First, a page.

The Pythagorean Theorem

The Pythagorean Theorem is one of the earliest laws that we are taught in school, and ends up relating to both Trigonometry . The Theorem allows us to find the third side of a right triangle as long as we know the other two sides.

The History of the Pythagorean Theorem

This is not nesecary to learn the mathematics, but is quite interesting

The Pythagorean Theorem is named for the Greek Philosipher and Mathematician, Pythagoras of Samos. He lived sometime between 569 and 475 BC. Pythagoras (Pronounced “Pie-Thag-O-Russ”, not “Pie-That-O-Rass”), though, did not truly invent the Pythagorean Theorem, but made it possible use it algebraically as opposed to using Pythagorean Triples . Before him, many various mathematicians, including Chineese, Arabics, and Egyptians, invented various proofs and lists of triples that used the same concept, but without the algebra. These men and women used their own “Pythagorean Theorems” and Triples to help do things like build canals and pyramids.

What Is the Pythagorean Theorem?

The Pythagorean Theorem states that there is a consatnt relationship between the lengths of the sides and the hypotenuse in a right triangle. To put it simply, a2+b2=c2,where a and b are the lengths of the legs and c is the length of the hypotenuse (the longest side, opposite the right angle). We can, using that formula, find any 3rd side if we know the other two.

Using the Pythagorean Theorem

Lets say that we need to find the length of one of the legs of our triangle.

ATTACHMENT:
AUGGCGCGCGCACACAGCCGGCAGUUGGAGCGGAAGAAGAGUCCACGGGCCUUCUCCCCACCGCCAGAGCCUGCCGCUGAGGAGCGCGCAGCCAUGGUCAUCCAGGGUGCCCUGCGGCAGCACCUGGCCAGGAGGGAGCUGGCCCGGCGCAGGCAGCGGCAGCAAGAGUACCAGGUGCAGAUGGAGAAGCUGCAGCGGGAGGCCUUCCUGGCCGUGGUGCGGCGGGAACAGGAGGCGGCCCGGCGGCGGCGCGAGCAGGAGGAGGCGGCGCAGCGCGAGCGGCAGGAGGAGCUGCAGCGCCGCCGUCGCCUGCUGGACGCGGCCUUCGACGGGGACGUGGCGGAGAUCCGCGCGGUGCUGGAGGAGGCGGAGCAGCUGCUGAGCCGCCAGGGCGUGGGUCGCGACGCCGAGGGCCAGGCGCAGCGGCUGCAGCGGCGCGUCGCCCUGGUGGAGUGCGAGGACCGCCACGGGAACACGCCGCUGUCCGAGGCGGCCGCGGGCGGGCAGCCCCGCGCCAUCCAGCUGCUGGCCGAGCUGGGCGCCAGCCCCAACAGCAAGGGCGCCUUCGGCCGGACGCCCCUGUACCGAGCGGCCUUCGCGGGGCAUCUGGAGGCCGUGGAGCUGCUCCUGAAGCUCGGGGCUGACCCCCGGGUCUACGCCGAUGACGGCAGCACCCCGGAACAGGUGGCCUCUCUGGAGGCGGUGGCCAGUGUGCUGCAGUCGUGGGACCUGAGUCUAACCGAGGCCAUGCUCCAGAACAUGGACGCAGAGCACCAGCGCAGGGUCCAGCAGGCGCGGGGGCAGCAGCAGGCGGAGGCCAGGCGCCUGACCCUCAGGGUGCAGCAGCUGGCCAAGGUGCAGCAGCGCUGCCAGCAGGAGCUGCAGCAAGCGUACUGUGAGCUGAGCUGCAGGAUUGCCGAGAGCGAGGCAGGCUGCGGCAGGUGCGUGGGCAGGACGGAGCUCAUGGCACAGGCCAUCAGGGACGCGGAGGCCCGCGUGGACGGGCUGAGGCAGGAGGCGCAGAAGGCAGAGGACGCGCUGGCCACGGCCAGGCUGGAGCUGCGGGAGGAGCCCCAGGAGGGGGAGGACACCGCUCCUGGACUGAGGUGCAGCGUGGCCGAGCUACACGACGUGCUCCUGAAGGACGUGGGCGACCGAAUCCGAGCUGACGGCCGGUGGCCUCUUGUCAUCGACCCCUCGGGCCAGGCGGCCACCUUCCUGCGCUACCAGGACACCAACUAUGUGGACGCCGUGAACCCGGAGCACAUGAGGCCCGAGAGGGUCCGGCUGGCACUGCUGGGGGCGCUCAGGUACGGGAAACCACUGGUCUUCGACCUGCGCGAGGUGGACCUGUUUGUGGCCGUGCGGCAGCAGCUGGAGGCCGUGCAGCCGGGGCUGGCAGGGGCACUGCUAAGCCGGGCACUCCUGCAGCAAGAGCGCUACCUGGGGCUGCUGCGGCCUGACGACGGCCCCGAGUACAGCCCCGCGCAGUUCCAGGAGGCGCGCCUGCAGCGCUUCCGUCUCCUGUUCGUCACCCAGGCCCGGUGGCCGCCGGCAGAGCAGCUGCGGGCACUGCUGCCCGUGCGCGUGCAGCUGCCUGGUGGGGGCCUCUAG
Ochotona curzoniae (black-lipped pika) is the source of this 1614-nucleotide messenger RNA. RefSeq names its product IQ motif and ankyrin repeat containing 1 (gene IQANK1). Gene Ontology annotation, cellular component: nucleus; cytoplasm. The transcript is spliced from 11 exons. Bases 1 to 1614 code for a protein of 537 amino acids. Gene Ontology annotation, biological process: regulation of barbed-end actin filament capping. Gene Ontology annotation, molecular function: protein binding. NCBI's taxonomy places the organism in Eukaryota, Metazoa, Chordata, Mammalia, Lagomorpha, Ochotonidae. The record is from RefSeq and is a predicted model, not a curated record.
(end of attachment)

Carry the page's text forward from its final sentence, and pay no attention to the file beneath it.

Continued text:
Pythagorean Theorem

That’s our triangle, with sides a b and c. Let us propose that the length of side a is 3 and the length of side c is 5. How can we find the length of side b? We can do this quite easily using the pythagorean theorem.

Of course, the first step is to set up our equation, substituting the known values in for the variables.



Next, we need to figure out 32 and 52. These are of course 9 and 25, respectively.


Now, we just follow our standard rules for equations- get the varialbes on one side, numbers on the other

Subtract 9 from each side.

Now we just find the square root of each side


And there you have it, the length of side b is 4.

Now, you’re probably thinking…

Next time, why would I do all that math? I can just go and see that if theres a 3 for a leg and a 5 for the hypotenuse, the other leg is 4! Or if there is a 3 for one leg and a 4 for the other, the hypotenuse is 5! These are what we call Pythagorean Triples. There are many of them, and it pays to know them.

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